In the history of type design, two methods have been used to scale type-- to produce enlarged or reduced letterforms from a reference size. With original handcut fonts, designers performed optical scaling (scaling by eye) that varied the proportions of letterform features over a range of sizes in a nonlinear manner. That is, letterform feature proportions were size dependent. This was an entirely manual and intuitive process. More recently, however, the use of the lens, as well as computational and other technologies, has allowed letterforms to be scaled automatically from a reference character, a simple proportional enlargement or reduction. To date, little work has been done to combine these two methods, that is to say, to automatically perform nonlinear scaling of a reference character in order to approximate the optical scaling performed by skilled type designers and punchcutters. This research developed a mathematical model of optical scale in type design, consisting of two parts: (1) a model of the scaling of individual letterform features; and (2) a model of the scaling of entire letterforms. The model was tested by applying it to the original handcut fonts that supplied the initial data for the research in order to generate synthetic letterforms. These nonlinear synthetic letterforms were then compared with the originals, as well with proportionally scaled letterforms generated by the model approximated the original optically scaled handcut letterforms. In addition, the performance of the proportionally scaled letterforms was compared with the originals, as well as with the nonlinear, synthetic forms.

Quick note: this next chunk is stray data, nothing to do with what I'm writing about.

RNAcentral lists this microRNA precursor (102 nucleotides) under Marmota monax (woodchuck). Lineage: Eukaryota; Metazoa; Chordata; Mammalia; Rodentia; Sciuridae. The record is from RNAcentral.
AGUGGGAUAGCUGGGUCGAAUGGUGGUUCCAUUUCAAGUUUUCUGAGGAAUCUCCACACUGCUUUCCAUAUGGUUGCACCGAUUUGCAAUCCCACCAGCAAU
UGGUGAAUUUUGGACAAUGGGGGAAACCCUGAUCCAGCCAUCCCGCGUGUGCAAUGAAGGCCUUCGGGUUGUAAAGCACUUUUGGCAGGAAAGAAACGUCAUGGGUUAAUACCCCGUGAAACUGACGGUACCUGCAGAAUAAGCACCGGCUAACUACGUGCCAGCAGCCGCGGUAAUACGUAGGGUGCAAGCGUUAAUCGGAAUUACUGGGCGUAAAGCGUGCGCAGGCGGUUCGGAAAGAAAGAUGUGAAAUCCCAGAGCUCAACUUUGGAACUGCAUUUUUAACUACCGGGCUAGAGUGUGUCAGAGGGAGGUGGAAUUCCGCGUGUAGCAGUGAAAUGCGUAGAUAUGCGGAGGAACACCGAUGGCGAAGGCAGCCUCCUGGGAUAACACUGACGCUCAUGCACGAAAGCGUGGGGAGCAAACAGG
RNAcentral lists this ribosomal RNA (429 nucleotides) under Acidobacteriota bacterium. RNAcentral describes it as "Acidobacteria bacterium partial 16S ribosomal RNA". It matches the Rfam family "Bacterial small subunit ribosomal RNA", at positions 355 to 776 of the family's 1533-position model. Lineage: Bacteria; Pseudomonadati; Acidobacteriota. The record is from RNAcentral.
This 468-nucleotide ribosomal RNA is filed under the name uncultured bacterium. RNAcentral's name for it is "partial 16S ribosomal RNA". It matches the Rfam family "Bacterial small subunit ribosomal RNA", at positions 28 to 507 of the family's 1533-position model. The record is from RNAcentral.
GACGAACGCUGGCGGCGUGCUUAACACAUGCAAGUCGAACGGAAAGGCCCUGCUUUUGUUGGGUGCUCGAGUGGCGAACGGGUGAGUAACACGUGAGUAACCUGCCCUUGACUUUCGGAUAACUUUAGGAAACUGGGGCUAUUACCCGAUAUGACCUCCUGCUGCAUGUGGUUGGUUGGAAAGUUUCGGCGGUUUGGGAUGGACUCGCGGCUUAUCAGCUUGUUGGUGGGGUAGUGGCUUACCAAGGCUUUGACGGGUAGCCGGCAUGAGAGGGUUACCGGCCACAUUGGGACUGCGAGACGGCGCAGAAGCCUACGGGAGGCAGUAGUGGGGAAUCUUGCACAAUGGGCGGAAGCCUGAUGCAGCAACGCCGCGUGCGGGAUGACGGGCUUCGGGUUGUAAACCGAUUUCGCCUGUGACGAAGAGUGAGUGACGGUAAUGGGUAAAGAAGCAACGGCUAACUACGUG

Library of Congress Subject Headings
Type and type-founding--Data processing; Computerized typesetting; Phototypesetting--Display type--Mathematical models
Department, Program, or Center
School of Print Media (CIAS)
Johnson, Bridget Lynn, "A model for automatic optical scaling of type designs for conventional and digital technology" (1987). Thesis. Rochester Institute of Technology. Accessed from
RIT – Main Campus